Less Information About How Bone Formation Is Impaired

Osteoporosis itself has no symptoms; its main consequence is the increased risk of bone fractures. Osteoporotic fractures are those that occur in situations where healthy people would not normally break a bone; they are therefore regarded as fragility fractures. Typical fragility fractures occur in the vertebral column, rib, hip and wrist.
 
Fractures are the most dangerous aspect of osteoporosis. Debilitating acute and chronic pain in the elderly is often attributed to fractures from osteoporosis and can lead to further disability and early mortality. The fractures from osteoporosis may also be asymptomatic. The symptoms of a vertebral collapse ("compression fracture") are sudden back pain, often with radiculopathic pain (shooting pain due to nerve root compression) and rarely with spinal cord compression or cauda equina syndrome. Multiple vertebral fractures lead to a stooped posture, loss of height, and chronic pain with resultant reduction in mobility.
 
Fractures of the long bones acutely impair mobility and may require surgery. Hip fracture, in particular, usually requires prompt surgery, as there are serious risks associated with a hip fracture, such as deep vein thrombosis and a pulmonary embolism, and increased mortality.
 
Fracture Risk Calculators assess the risk of fracture based upon several criteria, including BMD, age, smoking, alcohol usage, weight, and gender. Recognised calculators include FRAX and Dubbo.
 
Osteoporosis and periodontitis are common diseases whose sufferers must cope with weakness, injury and reduced function as they lose bone more quickly than it is formed. While the mechanism of bone destruction in these diseases is understood, scientists have had less information about how bone formation is impaired.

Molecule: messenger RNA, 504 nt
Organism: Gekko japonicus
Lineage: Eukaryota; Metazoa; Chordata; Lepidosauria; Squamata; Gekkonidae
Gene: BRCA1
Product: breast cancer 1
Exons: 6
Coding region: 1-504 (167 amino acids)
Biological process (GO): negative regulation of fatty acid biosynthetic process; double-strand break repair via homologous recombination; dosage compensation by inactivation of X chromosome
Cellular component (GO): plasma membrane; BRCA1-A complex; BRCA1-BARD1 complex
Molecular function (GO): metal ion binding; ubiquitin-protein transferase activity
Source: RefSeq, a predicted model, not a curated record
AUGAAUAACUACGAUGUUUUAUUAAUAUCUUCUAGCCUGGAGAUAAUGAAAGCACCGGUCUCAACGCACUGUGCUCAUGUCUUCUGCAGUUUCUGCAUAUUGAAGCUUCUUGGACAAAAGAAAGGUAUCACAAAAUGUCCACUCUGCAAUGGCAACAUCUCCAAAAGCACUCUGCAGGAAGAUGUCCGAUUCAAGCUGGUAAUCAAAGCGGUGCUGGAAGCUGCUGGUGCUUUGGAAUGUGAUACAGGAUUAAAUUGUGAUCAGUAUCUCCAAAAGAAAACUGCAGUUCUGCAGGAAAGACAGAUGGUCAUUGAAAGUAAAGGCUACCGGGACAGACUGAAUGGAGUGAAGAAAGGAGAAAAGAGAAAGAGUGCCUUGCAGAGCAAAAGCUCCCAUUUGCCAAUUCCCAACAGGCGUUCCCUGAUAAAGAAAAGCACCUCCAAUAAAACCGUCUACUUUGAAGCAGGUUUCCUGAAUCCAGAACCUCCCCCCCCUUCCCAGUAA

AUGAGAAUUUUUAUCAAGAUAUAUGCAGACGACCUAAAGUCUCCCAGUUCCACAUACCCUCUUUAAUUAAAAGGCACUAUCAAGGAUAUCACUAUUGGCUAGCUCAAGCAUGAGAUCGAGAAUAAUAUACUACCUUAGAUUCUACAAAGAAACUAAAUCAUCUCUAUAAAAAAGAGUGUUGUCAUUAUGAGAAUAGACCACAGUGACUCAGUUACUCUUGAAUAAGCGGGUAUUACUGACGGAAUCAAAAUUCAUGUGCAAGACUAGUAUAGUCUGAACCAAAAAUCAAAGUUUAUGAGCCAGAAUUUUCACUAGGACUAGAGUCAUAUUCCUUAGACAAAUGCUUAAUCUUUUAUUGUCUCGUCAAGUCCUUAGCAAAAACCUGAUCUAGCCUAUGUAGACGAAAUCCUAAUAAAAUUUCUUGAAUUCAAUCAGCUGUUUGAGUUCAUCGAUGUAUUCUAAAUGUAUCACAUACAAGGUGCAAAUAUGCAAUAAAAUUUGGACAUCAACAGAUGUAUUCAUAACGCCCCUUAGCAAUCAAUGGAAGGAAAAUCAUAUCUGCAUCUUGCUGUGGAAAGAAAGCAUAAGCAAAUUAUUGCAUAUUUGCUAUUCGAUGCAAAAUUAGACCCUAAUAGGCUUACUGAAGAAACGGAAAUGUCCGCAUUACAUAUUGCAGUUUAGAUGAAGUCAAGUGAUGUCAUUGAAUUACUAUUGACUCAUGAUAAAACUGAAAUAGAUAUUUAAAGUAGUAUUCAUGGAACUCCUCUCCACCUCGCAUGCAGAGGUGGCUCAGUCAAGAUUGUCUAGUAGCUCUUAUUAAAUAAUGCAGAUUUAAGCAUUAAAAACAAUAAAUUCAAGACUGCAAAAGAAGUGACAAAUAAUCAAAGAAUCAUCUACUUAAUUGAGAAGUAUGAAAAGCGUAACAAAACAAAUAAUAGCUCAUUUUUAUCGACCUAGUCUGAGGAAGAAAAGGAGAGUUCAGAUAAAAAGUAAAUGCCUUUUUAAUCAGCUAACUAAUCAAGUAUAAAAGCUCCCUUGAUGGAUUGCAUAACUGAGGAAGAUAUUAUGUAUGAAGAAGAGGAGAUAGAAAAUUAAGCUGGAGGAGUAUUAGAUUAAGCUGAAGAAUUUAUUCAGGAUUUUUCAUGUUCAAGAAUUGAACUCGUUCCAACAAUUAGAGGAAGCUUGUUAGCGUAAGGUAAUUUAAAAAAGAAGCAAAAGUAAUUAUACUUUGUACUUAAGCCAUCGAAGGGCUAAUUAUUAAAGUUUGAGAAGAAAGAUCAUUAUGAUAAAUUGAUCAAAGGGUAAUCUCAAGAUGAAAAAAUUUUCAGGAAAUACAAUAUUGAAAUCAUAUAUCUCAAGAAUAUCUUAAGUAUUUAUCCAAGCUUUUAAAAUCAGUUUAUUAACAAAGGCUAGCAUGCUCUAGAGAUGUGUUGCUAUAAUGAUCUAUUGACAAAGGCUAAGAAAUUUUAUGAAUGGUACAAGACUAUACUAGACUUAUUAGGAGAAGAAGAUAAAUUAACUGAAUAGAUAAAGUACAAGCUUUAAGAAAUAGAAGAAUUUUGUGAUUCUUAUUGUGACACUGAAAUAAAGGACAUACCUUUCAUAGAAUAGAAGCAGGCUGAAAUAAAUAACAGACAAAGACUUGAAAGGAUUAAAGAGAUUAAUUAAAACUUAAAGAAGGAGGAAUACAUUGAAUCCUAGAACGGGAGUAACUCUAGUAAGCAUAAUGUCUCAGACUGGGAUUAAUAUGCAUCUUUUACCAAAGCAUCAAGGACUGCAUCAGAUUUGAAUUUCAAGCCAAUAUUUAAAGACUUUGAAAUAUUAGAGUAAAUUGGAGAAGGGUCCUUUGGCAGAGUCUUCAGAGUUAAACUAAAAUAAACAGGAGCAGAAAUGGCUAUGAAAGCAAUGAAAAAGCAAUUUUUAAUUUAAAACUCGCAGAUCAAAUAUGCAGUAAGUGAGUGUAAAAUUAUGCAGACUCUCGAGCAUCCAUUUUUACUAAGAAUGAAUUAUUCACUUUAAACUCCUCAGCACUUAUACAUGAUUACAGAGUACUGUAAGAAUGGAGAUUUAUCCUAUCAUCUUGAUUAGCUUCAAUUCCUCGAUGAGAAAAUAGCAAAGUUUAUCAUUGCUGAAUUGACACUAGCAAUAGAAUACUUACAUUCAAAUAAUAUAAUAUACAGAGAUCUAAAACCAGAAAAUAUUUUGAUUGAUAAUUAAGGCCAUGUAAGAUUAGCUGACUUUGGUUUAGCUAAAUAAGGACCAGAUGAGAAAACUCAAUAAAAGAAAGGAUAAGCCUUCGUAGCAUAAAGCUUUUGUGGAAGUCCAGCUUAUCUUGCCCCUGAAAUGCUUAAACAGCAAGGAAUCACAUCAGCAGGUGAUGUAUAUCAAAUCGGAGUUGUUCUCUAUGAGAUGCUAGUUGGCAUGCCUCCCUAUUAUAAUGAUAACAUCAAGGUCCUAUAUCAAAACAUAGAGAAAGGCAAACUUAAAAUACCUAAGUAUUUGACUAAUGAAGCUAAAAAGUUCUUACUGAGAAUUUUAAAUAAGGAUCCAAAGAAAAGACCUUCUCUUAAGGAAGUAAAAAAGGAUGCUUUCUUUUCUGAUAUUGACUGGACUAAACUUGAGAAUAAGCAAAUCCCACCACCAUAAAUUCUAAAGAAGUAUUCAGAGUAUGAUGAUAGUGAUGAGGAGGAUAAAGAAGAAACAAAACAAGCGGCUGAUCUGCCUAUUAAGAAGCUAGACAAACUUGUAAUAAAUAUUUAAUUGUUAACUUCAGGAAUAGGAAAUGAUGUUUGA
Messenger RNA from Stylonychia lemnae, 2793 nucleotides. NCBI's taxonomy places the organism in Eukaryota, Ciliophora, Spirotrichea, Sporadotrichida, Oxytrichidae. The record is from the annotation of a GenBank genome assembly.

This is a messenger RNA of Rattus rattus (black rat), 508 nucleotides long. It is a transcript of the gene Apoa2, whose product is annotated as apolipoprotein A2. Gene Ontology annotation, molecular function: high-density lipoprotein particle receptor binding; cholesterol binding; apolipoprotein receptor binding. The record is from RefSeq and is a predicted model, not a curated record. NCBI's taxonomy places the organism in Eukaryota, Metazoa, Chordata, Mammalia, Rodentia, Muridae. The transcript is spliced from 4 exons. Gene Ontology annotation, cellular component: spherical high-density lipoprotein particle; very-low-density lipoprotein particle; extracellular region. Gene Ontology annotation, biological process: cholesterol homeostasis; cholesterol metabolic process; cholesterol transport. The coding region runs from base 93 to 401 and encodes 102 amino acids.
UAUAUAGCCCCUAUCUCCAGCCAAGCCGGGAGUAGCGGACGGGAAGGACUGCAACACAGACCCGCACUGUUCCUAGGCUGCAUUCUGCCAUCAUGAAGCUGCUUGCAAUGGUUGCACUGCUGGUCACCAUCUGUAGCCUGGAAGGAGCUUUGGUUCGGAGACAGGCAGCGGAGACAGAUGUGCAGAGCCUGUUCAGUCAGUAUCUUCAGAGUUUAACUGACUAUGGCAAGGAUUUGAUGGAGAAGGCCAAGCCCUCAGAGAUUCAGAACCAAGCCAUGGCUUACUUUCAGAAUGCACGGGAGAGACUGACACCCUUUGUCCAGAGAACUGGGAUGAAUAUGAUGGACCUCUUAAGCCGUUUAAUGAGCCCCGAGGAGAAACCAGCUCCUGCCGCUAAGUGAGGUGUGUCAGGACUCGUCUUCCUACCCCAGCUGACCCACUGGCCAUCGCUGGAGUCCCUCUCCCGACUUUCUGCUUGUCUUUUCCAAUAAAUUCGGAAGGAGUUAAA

Now, researchers at the UCLA School of Dentistry, working with scientists at the University of Michigan and the University of California, San Diego, have identified a potential new focus of treatments for osteoporosis, periodontitis and similar diseases. 
 
In a paper published May 17 in the online edition of the journal Nature Medicine, Cun-Yu Wang, who holds UCLA's No-Hee Park Endowed Chair in the dental school's division of oral biology and medicine, and colleagues suggest that inhibiting nuclear factor-kB (NF-kB), a master protein that controls genes associated with inflammation and immunity, can prevent disabling bone loss by maintaining bone formation. 
 
The findings could offer new hope to millions who struggle with osteoporosis and periodontitis each year. The National Institutes of Health estimates that in the United States alone, more than 10 million people have osteoporosis, and many more have low bone mass, putting them at risk for the disease, as well as for broken bones. According to the American Academy of Periodontology, mild to moderate periodontitis affects a majority of adults, with between 5 and 20 percent of the population suffering from a more severe stage of the disease. 
 
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